Can a Cracked Smartphone Shed Light on the Future of Procurement?

Posted: 07/30/2018 - 05:09

If a broken mirror causes seven years of bad luck, then what does it mean when your smartphone screen shatters? Uncertain of the answer, I really didn’t want to find out. So the other day, facing this fateful predicament, I hurried to the store for a replacement. Unfortunately, the retailer was out of stock. I needed to back-order a new glassy portal into my online existence

But did the store’s depleted inventory signal bad luck…or merely a lack of imagination in procurement execution? What if behind the counter sat a 3D printer linked to the retailer’s supply chain? Maybe I could have walked right out with my smartphone repaired and my insatiable need to check social media every five minutes renewed.

Does it sound futuristic to extend the supply chain to the point of purchase? The future – in which procurement networks and digital manufacturing meet consumers where they shop – may be closer than we realize.

Through cloud-based platforms, companies and their suppliers gain broad visibility into each other’s interconnected operations and, with it, the ability to collaborate on design, production and innovation. Out of these digital networks have emerged new operating models in which 3D printing can bring the supply chain right to a retailer’s doorstep.

This was welcome news because the effects of smartphone withdrawal were beginning to bear down on me while waiting for the replacement screen to arrive. Of course, the possibilities go well beyond handheld devicesThink of the food pantry that needs a spare part to restore its refrigeration system. Or the nursing home in search of a valve to repair its malfunctioning boiler in wintertime. Or the local emergency services corps that needs to replace a worn-out component in its only fire engineOr the rural health clinic on a quest to procure a hard-to-find prosthetic device. When the situation is urgent, even the most efficiently designed supply chain can fall short. But when integrated with cloud-based procurement networks, digital manufacturing capabilities can respond to acute needs with immediacy and precision — not only when they’re needed, but where.

Using a network that combines procurement processes with 3D printing functionalitymanufacturers can connect their design, sourcing, production and procurement processes and manage them jointly to:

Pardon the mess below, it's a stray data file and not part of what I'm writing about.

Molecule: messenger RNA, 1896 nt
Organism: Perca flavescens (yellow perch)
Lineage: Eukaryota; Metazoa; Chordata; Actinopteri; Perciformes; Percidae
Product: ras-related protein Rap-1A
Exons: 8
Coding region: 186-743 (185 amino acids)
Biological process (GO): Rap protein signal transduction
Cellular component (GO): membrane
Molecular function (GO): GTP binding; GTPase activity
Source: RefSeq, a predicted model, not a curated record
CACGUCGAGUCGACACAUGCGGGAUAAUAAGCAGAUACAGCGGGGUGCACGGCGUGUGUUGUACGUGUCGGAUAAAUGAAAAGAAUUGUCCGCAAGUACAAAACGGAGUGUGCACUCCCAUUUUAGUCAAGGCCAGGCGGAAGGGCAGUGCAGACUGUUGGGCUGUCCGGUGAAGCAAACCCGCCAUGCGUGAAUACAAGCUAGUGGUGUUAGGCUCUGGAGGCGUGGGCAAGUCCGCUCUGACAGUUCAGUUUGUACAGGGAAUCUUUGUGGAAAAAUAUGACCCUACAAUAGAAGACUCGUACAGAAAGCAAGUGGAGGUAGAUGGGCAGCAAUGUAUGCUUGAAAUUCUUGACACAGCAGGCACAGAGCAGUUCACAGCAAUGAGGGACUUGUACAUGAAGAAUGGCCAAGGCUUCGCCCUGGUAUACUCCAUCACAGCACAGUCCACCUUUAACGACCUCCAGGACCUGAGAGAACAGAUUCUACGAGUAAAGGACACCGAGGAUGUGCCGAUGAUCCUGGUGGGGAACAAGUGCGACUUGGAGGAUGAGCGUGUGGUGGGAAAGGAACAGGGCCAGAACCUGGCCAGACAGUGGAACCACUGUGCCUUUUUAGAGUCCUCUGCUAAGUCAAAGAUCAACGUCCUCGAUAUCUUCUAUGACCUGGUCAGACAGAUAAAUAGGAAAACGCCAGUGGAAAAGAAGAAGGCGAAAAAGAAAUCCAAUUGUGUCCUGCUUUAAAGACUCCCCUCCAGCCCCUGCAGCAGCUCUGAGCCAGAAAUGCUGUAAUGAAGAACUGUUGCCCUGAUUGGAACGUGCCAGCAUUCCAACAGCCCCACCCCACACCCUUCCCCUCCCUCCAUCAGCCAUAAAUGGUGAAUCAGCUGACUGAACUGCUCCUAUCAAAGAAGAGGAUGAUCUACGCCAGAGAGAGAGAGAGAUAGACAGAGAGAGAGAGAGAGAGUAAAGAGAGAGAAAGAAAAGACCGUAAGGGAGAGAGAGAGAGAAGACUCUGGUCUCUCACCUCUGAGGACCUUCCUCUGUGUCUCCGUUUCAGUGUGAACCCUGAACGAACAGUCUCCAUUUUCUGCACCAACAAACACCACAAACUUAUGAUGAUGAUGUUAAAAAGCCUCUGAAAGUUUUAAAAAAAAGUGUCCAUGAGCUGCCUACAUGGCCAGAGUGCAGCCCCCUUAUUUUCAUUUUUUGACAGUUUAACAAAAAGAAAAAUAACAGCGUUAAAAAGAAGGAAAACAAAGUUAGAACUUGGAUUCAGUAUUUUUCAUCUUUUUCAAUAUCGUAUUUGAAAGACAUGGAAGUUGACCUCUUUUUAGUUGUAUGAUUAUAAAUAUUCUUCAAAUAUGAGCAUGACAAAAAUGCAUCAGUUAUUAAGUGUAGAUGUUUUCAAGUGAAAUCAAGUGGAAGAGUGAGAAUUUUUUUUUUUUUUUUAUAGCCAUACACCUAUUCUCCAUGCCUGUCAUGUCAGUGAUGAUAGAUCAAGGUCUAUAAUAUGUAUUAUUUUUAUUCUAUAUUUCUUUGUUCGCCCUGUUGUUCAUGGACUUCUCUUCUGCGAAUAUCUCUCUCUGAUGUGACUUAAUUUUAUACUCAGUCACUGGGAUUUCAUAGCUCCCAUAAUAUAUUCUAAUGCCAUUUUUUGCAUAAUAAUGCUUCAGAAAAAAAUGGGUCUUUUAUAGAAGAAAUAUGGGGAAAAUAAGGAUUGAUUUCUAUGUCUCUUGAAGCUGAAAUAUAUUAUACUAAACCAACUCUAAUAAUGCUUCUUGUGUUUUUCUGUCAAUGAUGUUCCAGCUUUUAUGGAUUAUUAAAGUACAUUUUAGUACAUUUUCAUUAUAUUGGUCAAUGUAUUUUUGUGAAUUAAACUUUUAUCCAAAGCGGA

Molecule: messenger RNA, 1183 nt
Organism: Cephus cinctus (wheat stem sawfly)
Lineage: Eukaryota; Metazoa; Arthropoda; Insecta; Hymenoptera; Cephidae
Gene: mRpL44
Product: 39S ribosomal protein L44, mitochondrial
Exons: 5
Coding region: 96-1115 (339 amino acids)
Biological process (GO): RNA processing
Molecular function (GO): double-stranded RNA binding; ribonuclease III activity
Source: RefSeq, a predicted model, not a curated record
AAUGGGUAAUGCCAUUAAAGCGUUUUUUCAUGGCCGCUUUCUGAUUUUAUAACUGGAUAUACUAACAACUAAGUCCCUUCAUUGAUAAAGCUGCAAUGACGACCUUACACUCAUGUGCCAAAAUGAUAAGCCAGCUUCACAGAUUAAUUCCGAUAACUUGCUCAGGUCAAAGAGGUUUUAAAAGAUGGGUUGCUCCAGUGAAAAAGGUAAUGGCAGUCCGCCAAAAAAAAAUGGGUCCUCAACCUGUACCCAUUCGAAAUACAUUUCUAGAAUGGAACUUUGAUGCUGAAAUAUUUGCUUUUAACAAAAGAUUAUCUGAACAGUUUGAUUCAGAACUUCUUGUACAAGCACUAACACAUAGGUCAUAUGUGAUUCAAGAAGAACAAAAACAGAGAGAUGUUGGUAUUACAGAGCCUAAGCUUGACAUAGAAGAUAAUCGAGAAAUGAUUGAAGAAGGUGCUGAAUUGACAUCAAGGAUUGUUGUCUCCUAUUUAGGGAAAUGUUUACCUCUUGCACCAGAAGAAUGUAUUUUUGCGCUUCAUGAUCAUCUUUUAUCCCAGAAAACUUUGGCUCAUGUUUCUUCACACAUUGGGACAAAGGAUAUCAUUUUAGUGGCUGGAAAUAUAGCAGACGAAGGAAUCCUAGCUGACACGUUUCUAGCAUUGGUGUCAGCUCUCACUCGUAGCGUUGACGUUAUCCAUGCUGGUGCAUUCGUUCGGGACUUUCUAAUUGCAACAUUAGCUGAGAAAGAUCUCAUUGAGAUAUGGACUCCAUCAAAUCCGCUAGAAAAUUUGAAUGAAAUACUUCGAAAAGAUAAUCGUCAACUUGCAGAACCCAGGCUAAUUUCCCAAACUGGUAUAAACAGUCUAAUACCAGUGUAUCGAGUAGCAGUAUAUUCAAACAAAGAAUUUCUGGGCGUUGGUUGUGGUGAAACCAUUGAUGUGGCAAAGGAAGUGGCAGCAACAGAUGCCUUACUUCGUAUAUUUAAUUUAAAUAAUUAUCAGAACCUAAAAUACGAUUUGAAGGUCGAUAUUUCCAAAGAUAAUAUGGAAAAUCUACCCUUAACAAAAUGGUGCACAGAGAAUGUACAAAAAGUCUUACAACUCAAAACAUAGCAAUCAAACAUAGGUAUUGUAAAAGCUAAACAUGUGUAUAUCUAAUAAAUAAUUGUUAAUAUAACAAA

• Collaborate on production decisions, highlight changes and suggest alternatives
  • Link design discussions and data to requests for quotation
  • Obtain pricing from one or more suppliers for parts and initiate the buying process
  • Share data and key performance indicators with all relevant parties
  • Coordinate with suppliers on manufacturing changes

Meanwhile, suppliers can forge new models for operating and expand their businesses by using such a platform to:

  • Differentiate themselves through technical skills and capabilities
  • Gain a clear understanding of customer needs
  • Work together on early design to enable manufacturing of parts at optimized cost
  • Provide manufacturing capabilities as a service

But while the convergence of procurement and digital manufacturing holds a great deal of promise for businesses and their trading partners, perhaps the greatest advantage accrues to consumers when a trip to the local store becomes tantamount to a visit with all of its suppliers.

 

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About The Author

Marcell Vollmer's picture

Marcell Vollmer is Chief Digital Officer for SAP Ariba and is responsible for defining and driving Digital Transformation for customers of SAP Ariba globally. A thought leader in procurement, supply chain, finance and shared services, Marcell’s expertise lies in defining digital transformation strategy and to make Run Simple a reality for global customers and consumers by delivering high cost and additionalprocurement savings. Previously, he was Chief Operating Officer for SAP Ariba where he successfully developed and led global business development, procurement, go to market, sales operations, and enablement. And prior to that Marcell was Chief Procurement Officer of SAP and was responsible for the reorganization and process optimization for and end-to-end source-to-settle organization. Since joining SAP in 2005 he has held various leadership roles involving restructuring, improving project efficiency and execution of global programs in finance, procurement, sales, human resources and post-merger integrations.



Mukta Dhanuka's picture

Mukta Dhanuka is senior consultant – chief digital office at SAP Ariba and software specialist – C/4HANA and Cloud CRM.